The State Senate slammed the House majority, accusing the House on Wednesday of “playing games” for taking an “unprecedented” move on legislation that passed the Senate.
The friction comes over a disagreement between both bodies of what types of legislation are considered “germane,” or allowed to be discussed this year. The 2016 legislative session is a budget-only session, meaning in order to be considered germane, bills must be related to the state budget or must receive a message from the governor.
The governor can call bills unrelated to the budget to the calendar if she so decides by issuing messages, which makes them germane.
House Rules and Order of Business Committee is disputing bills deemed germane by the Senate, saying that they are not germane according to the state constitution. These disputed bills have been passed by the Senate.
House Rules and Order of Business chair, Paul Bandy, R-Aztec, told the Senate about the new House policy in a letter addressed to Senate Majority Leader Michael Sanchez, D-Belen.
The letter says, “If a Message of the Governor specifies a unique Legislative Council Service drafting number (a 202 number) a bill so drafted with this unique number shall be deemed Germane; a Bill introduced on the general subject of the Message but without the unique drafting number shall be deemed not Germane.”
Sanchez said the letter was a first. .
“This is the first time in anyone’s memory that the other chamber has not only questioned the other chamber’s determination that legislation is germane, but actually said it would not honor the other chamber’s determination,” Sanchez said.
The condemnation of the letter was bipartisan.
“I don’t think I’ve ever seen this in my 32 years here,” Senate Minority Leader Stuart Ingle, R-Portales, said. “And I’ve been here when my side of the aisle controlled things and I’ve been here when, a little more than I’d like, when the other side controls everything.”
Democrats in the House brought up the issue as well, with Minority Leader Brian Egolf, D-Santa Fe, criticizing the proposal and asking for an explanation.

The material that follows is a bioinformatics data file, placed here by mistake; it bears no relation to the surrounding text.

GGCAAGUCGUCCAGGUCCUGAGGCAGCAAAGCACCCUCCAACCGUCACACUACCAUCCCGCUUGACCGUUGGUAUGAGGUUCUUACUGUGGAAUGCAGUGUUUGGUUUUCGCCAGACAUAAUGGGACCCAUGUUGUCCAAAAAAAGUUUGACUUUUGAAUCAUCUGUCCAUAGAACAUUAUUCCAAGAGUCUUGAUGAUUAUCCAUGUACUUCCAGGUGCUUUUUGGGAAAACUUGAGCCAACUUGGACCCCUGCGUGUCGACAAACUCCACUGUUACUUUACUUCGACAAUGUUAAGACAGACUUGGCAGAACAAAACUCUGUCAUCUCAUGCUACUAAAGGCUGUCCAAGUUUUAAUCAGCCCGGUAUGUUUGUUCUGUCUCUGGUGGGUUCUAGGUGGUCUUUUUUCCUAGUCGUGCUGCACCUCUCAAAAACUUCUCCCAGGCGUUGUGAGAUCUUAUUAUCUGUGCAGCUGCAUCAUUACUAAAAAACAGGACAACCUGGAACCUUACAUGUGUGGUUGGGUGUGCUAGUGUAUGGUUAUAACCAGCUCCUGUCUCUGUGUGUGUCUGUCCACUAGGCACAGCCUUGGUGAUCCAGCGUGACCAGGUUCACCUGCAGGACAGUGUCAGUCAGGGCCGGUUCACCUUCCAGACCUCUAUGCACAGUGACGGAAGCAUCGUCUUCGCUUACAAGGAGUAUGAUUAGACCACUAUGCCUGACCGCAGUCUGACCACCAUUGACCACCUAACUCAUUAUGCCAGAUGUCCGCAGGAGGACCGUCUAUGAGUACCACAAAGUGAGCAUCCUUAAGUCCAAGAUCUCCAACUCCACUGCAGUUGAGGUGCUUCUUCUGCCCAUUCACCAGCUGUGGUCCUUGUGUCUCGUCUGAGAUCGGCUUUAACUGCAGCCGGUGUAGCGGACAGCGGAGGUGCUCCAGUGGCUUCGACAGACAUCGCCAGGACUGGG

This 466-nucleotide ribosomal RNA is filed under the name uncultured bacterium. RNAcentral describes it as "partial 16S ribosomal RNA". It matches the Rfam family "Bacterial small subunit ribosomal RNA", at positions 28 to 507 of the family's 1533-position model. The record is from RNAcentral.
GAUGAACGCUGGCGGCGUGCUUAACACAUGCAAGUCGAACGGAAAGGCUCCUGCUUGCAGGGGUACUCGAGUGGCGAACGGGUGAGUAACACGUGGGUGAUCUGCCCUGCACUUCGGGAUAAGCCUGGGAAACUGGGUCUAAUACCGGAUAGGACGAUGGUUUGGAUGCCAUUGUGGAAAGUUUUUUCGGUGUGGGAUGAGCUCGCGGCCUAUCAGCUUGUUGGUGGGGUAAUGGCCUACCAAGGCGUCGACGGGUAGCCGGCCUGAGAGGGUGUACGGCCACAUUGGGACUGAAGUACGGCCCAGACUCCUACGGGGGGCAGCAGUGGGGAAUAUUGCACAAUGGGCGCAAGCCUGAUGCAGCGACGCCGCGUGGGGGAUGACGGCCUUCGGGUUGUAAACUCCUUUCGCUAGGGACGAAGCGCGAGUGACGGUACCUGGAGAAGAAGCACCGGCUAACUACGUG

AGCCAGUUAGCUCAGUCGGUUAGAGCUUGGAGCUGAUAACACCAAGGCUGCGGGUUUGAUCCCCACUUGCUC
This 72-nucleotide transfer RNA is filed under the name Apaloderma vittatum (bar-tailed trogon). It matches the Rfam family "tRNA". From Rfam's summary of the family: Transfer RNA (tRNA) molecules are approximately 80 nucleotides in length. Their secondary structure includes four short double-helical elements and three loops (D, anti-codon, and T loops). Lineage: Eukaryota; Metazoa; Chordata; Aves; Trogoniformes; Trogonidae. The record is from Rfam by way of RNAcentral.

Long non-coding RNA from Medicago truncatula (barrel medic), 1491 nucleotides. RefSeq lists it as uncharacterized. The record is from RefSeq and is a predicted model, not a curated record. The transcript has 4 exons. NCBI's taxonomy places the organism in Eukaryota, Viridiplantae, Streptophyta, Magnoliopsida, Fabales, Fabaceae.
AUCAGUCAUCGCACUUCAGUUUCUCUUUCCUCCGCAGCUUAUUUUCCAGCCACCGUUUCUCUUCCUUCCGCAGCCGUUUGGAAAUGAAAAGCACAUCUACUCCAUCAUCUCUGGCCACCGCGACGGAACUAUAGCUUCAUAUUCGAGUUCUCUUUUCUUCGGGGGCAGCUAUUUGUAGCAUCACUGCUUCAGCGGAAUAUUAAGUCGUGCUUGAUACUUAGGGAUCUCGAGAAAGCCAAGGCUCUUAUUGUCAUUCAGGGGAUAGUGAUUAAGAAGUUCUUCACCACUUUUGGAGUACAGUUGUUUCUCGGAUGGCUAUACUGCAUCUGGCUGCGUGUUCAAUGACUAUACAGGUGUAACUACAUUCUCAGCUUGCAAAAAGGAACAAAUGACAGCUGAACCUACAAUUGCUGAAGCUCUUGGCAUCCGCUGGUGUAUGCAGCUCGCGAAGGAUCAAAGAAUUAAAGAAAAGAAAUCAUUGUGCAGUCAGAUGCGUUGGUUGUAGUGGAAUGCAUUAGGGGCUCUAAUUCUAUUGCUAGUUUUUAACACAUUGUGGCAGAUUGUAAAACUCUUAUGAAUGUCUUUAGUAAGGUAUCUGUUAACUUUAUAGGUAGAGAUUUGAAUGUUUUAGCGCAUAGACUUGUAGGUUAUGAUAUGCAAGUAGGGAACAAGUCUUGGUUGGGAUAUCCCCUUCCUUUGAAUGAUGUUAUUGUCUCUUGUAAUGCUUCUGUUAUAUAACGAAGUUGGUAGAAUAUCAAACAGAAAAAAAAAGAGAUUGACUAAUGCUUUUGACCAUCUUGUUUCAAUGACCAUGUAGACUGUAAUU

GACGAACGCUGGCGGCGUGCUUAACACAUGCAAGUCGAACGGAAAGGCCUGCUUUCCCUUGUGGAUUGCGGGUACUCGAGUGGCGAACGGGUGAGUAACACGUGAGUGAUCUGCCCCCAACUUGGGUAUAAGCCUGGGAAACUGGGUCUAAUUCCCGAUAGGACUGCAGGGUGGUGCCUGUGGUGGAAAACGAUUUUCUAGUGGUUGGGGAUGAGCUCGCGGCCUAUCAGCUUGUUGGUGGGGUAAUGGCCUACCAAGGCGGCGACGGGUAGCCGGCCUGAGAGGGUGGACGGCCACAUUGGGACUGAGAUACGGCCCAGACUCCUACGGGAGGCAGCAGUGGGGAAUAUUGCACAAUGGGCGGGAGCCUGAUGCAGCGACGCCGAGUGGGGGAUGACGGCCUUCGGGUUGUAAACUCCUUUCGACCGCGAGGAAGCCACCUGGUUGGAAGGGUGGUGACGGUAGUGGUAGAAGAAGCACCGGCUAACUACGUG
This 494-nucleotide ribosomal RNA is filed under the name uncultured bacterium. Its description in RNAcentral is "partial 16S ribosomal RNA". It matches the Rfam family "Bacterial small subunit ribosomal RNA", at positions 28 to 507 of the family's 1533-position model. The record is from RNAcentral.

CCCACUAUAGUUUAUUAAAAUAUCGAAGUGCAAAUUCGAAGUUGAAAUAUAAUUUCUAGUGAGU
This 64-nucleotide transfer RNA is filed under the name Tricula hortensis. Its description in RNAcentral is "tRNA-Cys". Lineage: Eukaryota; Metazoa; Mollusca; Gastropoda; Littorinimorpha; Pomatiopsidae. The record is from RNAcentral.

“I just raise the issue so the matter can be brought in front of the body,” Egolf said.
Speaker of the House Don Tripp, R-Socorro, said that there would be a meeting of leadership from both chambers—including Egolf.
Tripp said the letter was to show the House would “follow what is posted in our Constitution about what was germane and what was not.”
The relevant section of the state constitution is Article IV, Sec. 5, B.
Every regular session of the legislature convening during an even-numbered year shall consider only the following: (1) budgets, appropriations and revenue bills; (2) bills drawn pursuant to special messages of the governor; and (3) bills of the last previous regular session vetoed by the governor.
After Egolf spoke on the floor, House Majority Leader Nate Gentry, R-Albuquerque, walked to Egolf and they held a conversation at Egolf’s desk.
NM Political Report reached out to a spokeswoman for the House Majority but did not receive a response by press time.
Democrats in the Senate were the most vocal in their displeasure.
“I’m not elected to play a Republican or Democrat game,” Sen. George Munoz, D-Gallup, said. “I’m elected to be here to represent people from my county and my district that matter. If they want to play games with the bills, fine.”
Munoz is carrying one of the bills that was sent to the House Rules Committee after being deemed germane by the Senate.
Sen. Cisco McSorley, D-Albuquerque, said the House was giving up some of their authority to Governor Susana Martinez.
“‘What is wrong with this Legislature that an entire body of this Legislature will say they don’t have a brain and they don’t have a spine of their own?” McSorley asked. “It’s pretty disgusting. It’s pretty anti-democratic.”
This would be a massive change from the last 30-day session in 2014. Following the 2014 legislative session, Martinez said she would have supported an $8.00 per hour minimum wage. The House, under control of Democrats at the time, did not take up minimum wage because she did not issue any messages to the chamber.
However, the Senate deemed a minimum wage increase bill by Sen. Clemente Sanchez, D-Grants, germane.
“I was willing to message it but because it was ruled germane rather quickly by Rules Committee it was unnecessary for me to do so,” she told reporters at her post-session press conference in 2016. The Committee on Committees makes that determination in the Senate.